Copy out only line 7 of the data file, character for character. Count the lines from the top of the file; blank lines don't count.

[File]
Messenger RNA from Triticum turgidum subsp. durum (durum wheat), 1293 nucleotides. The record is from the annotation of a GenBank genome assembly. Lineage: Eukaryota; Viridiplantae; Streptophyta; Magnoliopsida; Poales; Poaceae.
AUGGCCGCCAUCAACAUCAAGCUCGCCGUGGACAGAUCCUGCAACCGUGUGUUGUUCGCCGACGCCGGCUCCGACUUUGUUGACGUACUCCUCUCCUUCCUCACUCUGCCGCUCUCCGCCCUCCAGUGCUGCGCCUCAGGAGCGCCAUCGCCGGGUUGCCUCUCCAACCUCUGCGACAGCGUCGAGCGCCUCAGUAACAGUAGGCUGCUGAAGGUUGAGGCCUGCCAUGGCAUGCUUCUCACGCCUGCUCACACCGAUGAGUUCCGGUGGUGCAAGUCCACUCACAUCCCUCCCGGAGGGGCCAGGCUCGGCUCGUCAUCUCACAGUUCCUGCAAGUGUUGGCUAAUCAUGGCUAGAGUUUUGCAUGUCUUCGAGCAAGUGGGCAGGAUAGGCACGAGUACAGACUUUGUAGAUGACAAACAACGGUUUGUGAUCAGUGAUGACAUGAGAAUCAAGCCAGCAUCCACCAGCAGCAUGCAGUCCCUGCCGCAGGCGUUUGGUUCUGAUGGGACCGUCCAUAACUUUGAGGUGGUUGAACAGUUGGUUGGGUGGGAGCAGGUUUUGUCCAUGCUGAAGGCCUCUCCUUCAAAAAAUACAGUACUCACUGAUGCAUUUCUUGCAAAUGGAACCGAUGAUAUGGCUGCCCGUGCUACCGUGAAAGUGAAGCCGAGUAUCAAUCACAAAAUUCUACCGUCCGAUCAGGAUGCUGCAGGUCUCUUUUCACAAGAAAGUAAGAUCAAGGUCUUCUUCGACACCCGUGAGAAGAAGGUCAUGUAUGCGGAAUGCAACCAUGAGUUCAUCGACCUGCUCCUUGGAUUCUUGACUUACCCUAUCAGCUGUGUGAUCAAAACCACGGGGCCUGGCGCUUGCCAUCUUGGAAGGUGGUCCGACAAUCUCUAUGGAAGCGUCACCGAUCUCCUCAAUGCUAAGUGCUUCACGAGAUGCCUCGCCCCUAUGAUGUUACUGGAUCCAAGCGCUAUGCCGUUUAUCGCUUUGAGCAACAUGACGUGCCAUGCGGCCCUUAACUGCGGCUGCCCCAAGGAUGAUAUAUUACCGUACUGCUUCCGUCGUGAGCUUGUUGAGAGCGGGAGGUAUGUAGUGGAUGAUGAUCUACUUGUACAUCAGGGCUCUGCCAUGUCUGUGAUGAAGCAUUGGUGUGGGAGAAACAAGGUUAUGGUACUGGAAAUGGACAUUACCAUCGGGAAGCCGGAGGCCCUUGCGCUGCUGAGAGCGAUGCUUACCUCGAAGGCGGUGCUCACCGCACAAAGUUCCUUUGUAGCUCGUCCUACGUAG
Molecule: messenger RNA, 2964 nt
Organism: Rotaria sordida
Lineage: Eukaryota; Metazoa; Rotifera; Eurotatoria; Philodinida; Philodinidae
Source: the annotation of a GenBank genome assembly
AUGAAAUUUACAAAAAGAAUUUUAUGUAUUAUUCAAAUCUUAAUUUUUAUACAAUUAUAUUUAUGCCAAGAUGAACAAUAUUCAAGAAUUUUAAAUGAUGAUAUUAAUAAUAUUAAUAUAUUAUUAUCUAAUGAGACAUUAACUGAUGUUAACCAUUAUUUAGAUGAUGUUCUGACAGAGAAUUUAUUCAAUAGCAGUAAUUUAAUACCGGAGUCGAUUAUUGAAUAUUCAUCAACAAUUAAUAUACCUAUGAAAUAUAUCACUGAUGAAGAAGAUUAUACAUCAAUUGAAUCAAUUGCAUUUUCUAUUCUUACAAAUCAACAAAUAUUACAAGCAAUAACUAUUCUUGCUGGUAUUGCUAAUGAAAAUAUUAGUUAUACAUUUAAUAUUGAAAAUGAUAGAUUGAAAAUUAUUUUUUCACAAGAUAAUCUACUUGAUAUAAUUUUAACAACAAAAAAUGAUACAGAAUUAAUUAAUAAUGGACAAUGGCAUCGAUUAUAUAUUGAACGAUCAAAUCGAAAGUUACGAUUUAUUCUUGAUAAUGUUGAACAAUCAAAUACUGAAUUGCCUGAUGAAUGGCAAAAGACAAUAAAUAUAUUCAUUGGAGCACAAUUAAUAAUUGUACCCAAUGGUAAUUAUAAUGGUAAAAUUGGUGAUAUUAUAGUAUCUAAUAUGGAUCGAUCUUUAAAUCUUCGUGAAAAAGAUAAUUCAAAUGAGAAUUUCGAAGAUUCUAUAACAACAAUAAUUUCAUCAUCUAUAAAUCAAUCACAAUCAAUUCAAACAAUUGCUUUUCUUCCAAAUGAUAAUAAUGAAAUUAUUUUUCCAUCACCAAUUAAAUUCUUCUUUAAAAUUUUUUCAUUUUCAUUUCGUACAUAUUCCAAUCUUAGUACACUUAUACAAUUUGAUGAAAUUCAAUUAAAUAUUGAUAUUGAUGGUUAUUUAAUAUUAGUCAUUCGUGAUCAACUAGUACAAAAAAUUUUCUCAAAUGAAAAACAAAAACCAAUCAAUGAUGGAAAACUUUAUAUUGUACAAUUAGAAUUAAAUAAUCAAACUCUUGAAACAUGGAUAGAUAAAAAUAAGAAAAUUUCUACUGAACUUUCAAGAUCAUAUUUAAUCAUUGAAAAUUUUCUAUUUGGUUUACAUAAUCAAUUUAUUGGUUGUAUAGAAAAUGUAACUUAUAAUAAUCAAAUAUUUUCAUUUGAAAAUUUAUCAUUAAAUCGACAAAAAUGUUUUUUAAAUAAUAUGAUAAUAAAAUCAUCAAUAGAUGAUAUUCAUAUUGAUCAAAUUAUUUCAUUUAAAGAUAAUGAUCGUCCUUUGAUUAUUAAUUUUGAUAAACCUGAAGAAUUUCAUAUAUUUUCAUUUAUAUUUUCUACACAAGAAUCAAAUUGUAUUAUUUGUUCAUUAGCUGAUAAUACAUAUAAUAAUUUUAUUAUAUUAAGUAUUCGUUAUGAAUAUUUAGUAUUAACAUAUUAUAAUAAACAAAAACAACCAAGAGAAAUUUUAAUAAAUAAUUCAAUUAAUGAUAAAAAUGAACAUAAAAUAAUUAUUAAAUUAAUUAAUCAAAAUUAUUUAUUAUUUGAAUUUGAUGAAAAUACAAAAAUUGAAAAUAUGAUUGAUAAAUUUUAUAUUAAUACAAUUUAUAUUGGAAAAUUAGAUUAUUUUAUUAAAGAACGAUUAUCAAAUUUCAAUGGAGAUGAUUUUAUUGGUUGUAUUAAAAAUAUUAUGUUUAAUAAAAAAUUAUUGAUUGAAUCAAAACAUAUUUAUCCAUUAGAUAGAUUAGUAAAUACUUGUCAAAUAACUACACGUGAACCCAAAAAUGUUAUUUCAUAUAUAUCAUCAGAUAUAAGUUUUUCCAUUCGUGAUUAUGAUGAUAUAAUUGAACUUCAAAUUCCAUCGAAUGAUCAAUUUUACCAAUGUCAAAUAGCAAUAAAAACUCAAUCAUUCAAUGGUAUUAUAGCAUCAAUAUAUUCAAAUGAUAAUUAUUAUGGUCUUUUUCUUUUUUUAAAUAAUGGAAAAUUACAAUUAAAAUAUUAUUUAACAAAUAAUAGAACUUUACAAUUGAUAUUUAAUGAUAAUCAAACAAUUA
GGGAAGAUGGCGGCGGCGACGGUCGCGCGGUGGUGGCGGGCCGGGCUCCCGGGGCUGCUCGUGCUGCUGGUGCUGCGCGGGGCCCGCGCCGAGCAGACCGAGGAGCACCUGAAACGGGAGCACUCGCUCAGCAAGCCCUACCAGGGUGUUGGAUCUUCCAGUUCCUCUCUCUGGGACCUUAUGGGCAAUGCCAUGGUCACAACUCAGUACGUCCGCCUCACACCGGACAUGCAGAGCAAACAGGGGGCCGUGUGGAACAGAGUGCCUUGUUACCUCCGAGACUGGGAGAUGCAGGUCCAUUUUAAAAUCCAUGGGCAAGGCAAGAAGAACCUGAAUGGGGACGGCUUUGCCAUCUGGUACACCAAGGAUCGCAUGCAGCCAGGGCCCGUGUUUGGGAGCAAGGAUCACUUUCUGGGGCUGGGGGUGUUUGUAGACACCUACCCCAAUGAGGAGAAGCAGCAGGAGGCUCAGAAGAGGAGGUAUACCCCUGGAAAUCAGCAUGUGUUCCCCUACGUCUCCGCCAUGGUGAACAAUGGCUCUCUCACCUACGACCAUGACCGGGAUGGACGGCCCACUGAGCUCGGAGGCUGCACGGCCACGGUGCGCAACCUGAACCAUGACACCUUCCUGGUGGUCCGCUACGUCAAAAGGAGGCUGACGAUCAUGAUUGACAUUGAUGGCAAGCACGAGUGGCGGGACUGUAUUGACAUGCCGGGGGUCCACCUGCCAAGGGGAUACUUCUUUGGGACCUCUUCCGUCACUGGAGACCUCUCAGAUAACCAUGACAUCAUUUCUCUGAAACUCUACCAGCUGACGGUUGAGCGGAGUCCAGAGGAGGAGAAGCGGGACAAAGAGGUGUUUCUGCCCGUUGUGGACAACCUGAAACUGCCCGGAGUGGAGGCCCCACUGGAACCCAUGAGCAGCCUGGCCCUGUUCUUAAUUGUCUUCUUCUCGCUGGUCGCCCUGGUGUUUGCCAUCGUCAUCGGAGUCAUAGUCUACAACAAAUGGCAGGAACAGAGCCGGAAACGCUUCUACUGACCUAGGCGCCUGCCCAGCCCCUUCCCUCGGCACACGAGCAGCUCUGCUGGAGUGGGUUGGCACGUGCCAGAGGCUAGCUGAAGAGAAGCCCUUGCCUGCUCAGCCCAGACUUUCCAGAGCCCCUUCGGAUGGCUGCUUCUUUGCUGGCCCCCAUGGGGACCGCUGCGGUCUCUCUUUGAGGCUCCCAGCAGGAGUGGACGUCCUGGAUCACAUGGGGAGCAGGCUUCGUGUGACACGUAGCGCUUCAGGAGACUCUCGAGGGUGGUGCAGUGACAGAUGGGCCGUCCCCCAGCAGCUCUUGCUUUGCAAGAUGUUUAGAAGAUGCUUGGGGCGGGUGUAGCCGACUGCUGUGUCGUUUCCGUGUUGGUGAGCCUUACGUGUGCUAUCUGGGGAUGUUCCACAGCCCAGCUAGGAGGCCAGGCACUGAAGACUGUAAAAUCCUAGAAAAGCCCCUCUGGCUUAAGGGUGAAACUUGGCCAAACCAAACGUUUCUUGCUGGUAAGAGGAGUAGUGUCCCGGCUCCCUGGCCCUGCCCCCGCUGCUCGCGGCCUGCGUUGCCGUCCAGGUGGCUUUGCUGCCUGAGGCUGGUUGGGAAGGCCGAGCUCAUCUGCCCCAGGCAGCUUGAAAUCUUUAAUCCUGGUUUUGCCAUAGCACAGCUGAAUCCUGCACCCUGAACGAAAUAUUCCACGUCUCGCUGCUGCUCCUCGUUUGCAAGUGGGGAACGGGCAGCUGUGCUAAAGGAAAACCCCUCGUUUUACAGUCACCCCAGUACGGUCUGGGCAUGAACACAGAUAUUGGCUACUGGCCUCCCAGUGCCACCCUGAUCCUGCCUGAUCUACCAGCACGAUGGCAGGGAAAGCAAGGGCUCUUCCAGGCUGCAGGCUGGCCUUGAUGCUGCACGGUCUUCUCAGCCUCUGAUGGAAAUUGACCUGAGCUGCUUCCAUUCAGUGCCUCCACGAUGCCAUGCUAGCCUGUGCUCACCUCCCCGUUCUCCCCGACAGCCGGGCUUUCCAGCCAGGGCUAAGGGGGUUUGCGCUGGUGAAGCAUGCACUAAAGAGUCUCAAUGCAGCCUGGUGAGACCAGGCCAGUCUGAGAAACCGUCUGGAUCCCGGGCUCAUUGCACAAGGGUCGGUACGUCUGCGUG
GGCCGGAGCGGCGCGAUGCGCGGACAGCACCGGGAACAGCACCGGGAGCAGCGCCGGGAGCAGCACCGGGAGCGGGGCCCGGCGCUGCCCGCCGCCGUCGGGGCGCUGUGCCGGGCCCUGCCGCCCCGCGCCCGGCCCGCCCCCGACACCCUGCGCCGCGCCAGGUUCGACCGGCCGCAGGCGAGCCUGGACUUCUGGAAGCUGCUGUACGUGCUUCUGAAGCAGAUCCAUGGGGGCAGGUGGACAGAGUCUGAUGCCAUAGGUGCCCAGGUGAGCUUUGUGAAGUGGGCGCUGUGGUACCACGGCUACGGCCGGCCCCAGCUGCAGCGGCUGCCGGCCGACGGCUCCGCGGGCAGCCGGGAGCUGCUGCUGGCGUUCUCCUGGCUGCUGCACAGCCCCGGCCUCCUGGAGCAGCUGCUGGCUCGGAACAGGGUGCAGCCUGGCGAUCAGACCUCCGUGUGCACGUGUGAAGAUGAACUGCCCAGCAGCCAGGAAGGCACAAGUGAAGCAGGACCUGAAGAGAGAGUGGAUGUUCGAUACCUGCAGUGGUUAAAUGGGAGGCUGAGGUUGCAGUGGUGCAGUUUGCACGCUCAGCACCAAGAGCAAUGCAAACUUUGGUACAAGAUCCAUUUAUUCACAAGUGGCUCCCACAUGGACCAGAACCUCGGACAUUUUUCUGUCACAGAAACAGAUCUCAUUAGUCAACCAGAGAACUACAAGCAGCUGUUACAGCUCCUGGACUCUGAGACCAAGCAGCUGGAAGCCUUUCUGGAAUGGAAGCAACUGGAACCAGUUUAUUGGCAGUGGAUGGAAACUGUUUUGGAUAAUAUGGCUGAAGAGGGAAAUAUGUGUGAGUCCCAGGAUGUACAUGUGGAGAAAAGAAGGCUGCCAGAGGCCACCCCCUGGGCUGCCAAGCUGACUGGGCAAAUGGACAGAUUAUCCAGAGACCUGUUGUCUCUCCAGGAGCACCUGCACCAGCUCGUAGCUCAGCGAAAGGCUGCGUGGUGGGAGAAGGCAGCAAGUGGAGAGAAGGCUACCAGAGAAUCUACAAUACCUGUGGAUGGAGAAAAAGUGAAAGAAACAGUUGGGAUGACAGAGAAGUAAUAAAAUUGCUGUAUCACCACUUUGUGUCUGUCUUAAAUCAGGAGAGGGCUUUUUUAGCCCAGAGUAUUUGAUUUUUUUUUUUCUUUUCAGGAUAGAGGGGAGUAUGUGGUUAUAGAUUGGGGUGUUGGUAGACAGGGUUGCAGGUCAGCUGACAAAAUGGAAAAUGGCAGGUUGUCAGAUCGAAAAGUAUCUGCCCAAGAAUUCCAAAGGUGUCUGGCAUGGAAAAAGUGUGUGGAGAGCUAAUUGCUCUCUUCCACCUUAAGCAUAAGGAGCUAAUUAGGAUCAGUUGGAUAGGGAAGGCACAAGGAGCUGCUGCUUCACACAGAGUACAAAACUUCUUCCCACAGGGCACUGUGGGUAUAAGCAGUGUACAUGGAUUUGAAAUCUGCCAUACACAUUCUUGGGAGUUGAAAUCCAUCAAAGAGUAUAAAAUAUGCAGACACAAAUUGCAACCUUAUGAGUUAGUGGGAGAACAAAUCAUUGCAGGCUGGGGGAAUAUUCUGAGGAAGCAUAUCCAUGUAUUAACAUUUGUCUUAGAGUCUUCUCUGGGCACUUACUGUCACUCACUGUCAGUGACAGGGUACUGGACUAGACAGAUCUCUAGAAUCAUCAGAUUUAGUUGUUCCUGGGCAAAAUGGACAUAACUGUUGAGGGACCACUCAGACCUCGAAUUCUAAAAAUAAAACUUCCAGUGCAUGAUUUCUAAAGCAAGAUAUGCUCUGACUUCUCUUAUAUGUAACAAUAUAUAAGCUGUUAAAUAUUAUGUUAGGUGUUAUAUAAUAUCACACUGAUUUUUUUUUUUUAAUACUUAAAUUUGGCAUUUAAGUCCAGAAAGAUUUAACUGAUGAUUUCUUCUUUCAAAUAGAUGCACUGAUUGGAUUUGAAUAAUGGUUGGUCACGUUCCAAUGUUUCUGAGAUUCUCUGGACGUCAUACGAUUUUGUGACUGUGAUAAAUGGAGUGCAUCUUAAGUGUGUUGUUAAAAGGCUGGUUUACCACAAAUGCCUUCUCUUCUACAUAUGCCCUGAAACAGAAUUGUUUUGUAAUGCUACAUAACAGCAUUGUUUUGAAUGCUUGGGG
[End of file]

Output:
AUGAAAUUUACAAAAAGAAUUUUAUGUAUUAUUCAAAUCUUAAUUUUUAUACAAUUAUAUUUAUGCCAAGAUGAACAAUAUUCAAGAAUUUUAAAUGAUGAUAUUAAUAAUAUUAAUAUAUUAUUAUCUAAUGAGACAUUAACUGAUGUUAACCAUUAUUUAGAUGAUGUUCUGACAGAGAAUUUAUUCAAUAGCAGUAAUUUAAUACCGGAGUCGAUUAUUGAAUAUUCAUCAACAAUUAAUAUACCUAUGAAAUAUAUCACUGAUGAAGAAGAUUAUACAUCAAUUGAAUCAAUUGCAUUUUCUAUUCUUACAAAUCAACAAAUAUUACAAGCAAUAACUAUUCUUGCUGGUAUUGCUAAUGAAAAUAUUAGUUAUACAUUUAAUAUUGAAAAUGAUAGAUUGAAAAUUAUUUUUUCACAAGAUAAUCUACUUGAUAUAAUUUUAACAACAAAAAAUGAUACAGAAUUAAUUAAUAAUGGACAAUGGCAUCGAUUAUAUAUUGAACGAUCAAAUCGAAAGUUACGAUUUAUUCUUGAUAAUGUUGAACAAUCAAAUACUGAAUUGCCUGAUGAAUGGCAAAAGACAAUAAAUAUAUUCAUUGGAGCACAAUUAAUAAUUGUACCCAAUGGUAAUUAUAAUGGUAAAAUUGGUGAUAUUAUAGUAUCUAAUAUGGAUCGAUCUUUAAAUCUUCGUGAAAAAGAUAAUUCAAAUGAGAAUUUCGAAGAUUCUAUAACAACAAUAAUUUCAUCAUCUAUAAAUCAAUCACAAUCAAUUCAAACAAUUGCUUUUCUUCCAAAUGAUAAUAAUGAAAUUAUUUUUCCAUCACCAAUUAAAUUCUUCUUUAAAAUUUUUUCAUUUUCAUUUCGUACAUAUUCCAAUCUUAGUACACUUAUACAAUUUGAUGAAAUUCAAUUAAAUAUUGAUAUUGAUGGUUAUUUAAUAUUAGUCAUUCGUGAUCAACUAGUACAAAAAAUUUUCUCAAAUGAAAAACAAAAACCAAUCAAUGAUGGAAAACUUUAUAUUGUACAAUUAGAAUUAAAUAAUCAAACUCUUGAAACAUGGAUAGAUAAAAAUAAGAAAAUUUCUACUGAACUUUCAAGAUCAUAUUUAAUCAUUGAAAAUUUUCUAUUUGGUUUACAUAAUCAAUUUAUUGGUUGUAUAGAAAAUGUAACUUAUAAUAAUCAAAUAUUUUCAUUUGAAAAUUUAUCAUUAAAUCGACAAAAAUGUUUUUUAAAUAAUAUGAUAAUAAAAUCAUCAAUAGAUGAUAUUCAUAUUGAUCAAAUUAUUUCAUUUAAAGAUAAUGAUCGUCCUUUGAUUAUUAAUUUUGAUAAACCUGAAGAAUUUCAUAUAUUUUCAUUUAUAUUUUCUACACAAGAAUCAAAUUGUAUUAUUUGUUCAUUAGCUGAUAAUACAUAUAAUAAUUUUAUUAUAUUAAGUAUUCGUUAUGAAUAUUUAGUAUUAACAUAUUAUAAUAAACAAAAACAACCAAGAGAAAUUUUAAUAAAUAAUUCAAUUAAUGAUAAAAAUGAACAUAAAAUAAUUAUUAAAUUAAUUAAUCAAAAUUAUUUAUUAUUUGAAUUUGAUGAAAAUACAAAAAUUGAAAAUAUGAUUGAUAAAUUUUAUAUUAAUACAAUUUAUAUUGGAAAAUUAGAUUAUUUUAUUAAAGAACGAUUAUCAAAUUUCAAUGGAGAUGAUUUUAUUGGUUGUAUUAAAAAUAUUAUGUUUAAUAAAAAAUUAUUGAUUGAAUCAAAACAUAUUUAUCCAUUAGAUAGAUUAGUAAAUACUUGUCAAAUAACUACACGUGAACCCAAAAAUGUUAUUUCAUAUAUAUCAUCAGAUAUAAGUUUUUCCAUUCGUGAUUAUGAUGAUAUAAUUGAACUUCAAAUUCCAUCGAAUGAUCAAUUUUACCAAUGUCAAAUAGCAAUAAAAACUCAAUCAUUCAAUGGUAUUAUAGCAUCAAUAUAUUCAAAUGAUAAUUAUUAUGGUCUUUUUCUUUUUUUAAAUAAUGGAAAAUUACAAUUAAAAUAUUAUUUAACAAAUAAUAGAACUUUACAAUUGAUAUUUAAUGAUAAUCAAACAAUUA